Under the guise of fighting “#Islamic #Extremism,” the #Chinese Communist Party has carried out a brutal campaign to extinguish #Uyghurs, #Kazakhs, #Uzbeks and other Turkic Muslims in East Turkistan. These people have been isolated from the rest of the world, since 2017.
Source: Medill On The Hill
WASHINGTON — American companies would be prohibited from importing goods produced in Xinjiang, China, because they likely are made using the forced labor of Uyghurs, Kazakhs, and others under a bill introduced last week by several Republican and Democratic members of Congress.
The Congressional-Executive Commission on China released a report last week in conjunction with the bill’s unveiling, saying that Xinjiang authorities are “systematically forcing predominantly Muslim ethnic minorities, including Uyghurs, Kazakhs, and others, to engage in forced labor.”
U.S. government officials estimate over 1 million Uyghurs, Kazakhs and others have been forced into detention centers, which Chinese government officials have referred to as education and training centers that serve to “remedy the dissemination of religious extremism and frequent terrorist incidents.” Some Uyghur activists put the number of detained at as many as 3 million. The crackdown accelerated when Chen Quanguo was appointed Xinjiang Party Secretary in 2016.…Read More
Source: THE DIPLOMAT
U.S. lawmakers pushed Wednesday for a ban on imports from a vast area of northwestern China because of the widespread use of forced labor in a region where the communist government has detained more than a million people in a campaign against ethnic minorities.
The United States already bans imports made with forced labor, but a bipartisan group of lawmakers said virtually anything coming from Xinjiang, including goods sold by major American and global consumer brands, should be considered tainted by the mass detention and repression of Uyghurs and other ethnic minorities.
READ THE FULL ARTICLE AT THE DIPLOMAT
Source: South China Morning Post
Several years ago, Ilshat Hassan contemplated buying a gun. He was receiving threats over the phone and online from people who took issue with his advocacy for the Uygur people, he says, and feared for the safety of his family.
But his wife objected, and Hassan eventually abandoned the idea. They were both scared of the possibility that the state of his mental health could one day cause him to turn the firearm on himself.
“Hurting myself,” says Hassan, an IT professional living in Virginia. “That was my concern.”
Struggling with anxiety and depression, Hassan, 58, is just one of many members of the Uygur diaspora who say their mental health is in crisis, triggered or exacerbated by the situation facing family and friends thousands of miles away in China’s Xinjiang Uygur autonomous region.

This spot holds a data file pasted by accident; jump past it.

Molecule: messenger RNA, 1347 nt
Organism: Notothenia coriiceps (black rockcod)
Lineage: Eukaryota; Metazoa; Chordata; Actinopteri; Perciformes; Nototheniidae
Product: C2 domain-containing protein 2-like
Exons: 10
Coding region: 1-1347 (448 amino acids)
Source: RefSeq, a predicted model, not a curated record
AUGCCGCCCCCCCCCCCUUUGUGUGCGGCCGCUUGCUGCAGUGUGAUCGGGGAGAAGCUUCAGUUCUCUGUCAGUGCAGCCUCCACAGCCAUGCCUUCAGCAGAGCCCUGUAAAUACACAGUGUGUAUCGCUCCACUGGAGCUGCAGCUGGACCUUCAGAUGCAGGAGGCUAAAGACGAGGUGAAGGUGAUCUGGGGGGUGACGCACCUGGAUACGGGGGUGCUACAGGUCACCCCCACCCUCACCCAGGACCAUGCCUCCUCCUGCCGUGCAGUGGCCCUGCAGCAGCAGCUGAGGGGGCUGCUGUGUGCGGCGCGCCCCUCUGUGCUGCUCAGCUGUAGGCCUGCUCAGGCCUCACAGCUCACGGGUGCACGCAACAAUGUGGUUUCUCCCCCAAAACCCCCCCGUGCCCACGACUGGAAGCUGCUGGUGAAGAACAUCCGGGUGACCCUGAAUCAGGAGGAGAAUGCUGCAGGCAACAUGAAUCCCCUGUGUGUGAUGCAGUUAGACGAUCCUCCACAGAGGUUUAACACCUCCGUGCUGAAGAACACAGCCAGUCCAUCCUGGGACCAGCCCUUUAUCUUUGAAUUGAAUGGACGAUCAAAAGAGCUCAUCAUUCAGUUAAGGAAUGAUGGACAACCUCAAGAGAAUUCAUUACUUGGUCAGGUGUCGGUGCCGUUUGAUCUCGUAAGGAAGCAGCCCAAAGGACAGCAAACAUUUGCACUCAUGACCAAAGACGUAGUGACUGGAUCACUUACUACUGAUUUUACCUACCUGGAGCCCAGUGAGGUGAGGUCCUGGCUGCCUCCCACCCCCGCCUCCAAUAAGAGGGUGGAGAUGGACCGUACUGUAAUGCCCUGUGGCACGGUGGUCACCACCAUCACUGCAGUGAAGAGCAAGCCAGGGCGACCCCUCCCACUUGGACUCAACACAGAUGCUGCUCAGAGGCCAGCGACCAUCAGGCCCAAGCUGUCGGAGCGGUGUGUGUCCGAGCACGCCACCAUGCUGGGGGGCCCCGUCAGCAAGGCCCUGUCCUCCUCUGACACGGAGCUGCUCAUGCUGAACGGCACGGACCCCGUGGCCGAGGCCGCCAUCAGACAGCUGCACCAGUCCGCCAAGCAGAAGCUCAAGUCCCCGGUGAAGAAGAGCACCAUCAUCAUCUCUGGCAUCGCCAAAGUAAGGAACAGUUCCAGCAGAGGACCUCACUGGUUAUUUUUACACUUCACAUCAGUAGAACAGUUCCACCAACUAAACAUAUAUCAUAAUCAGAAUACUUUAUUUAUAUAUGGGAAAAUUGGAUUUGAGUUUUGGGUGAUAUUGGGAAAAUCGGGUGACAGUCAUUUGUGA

READ THE FULL ARTICLE AT South China Morning Post
Who are the Uyghurs?
The Uyghurs are a largely Muslim Turkic ethnic group, with their own language and culture. Roughly 11 million are in China, and 1.5 million more live around the world. For centuries, Uyghurs have lived in a vast region of deserts, mountains and lakes in the far northwest of China, known today as Xinjiang. For thousands of years, leaders, tribes and China’s imperial dynasties have fought for control of this resource-rich territory. Around the 10th century, Arab influence arrived in the region and Islam became a part of Uyghur life.
During the Qing dynasty, the region was brought once again under Chinese control. In the late 19th century it was given its current name, Xinjiang, which means “new frontier” in Mandarin. …Read More
A U.S. religious freedom watchdog is calling on Amazon, Nike and Apple to investigate claims that China has used Uighur Muslims as forced labor as part of their supply chains.
Officials from the United States Commission on International Religious Freedom (USCIRF), a federal group established by Congress, said in a statement today it is “unacceptable” for the nation to import any products that are suspected of having been made with the use of exploitative practices.
READ THE FULL ARTICLE AT NEWSWEEK
Source: HONGKONG FREE PRESS
US lawmakers on Wednesday proposed a ban on most imports from China’s Xinjiang region, charging that goods produced by Uighur forced labourers were easily making their way into the United States.
The United States already bans products made through slavery. but with China holding more than one million Uighurs and other Muslims in camps in Xinjiang, lawmakers said that forced labour was interwoven into the region’s economy.
“These practices in Xinjiang are one of the world’s largest human tragedies. It remains unimaginable, frankly, that this is happening in 2020,” Senator Marco Rubio, a Republican sponsor of the bipartisan measure, told reporters.
READ THE FULL ARTICLE AT HONGKONG FREE PRESS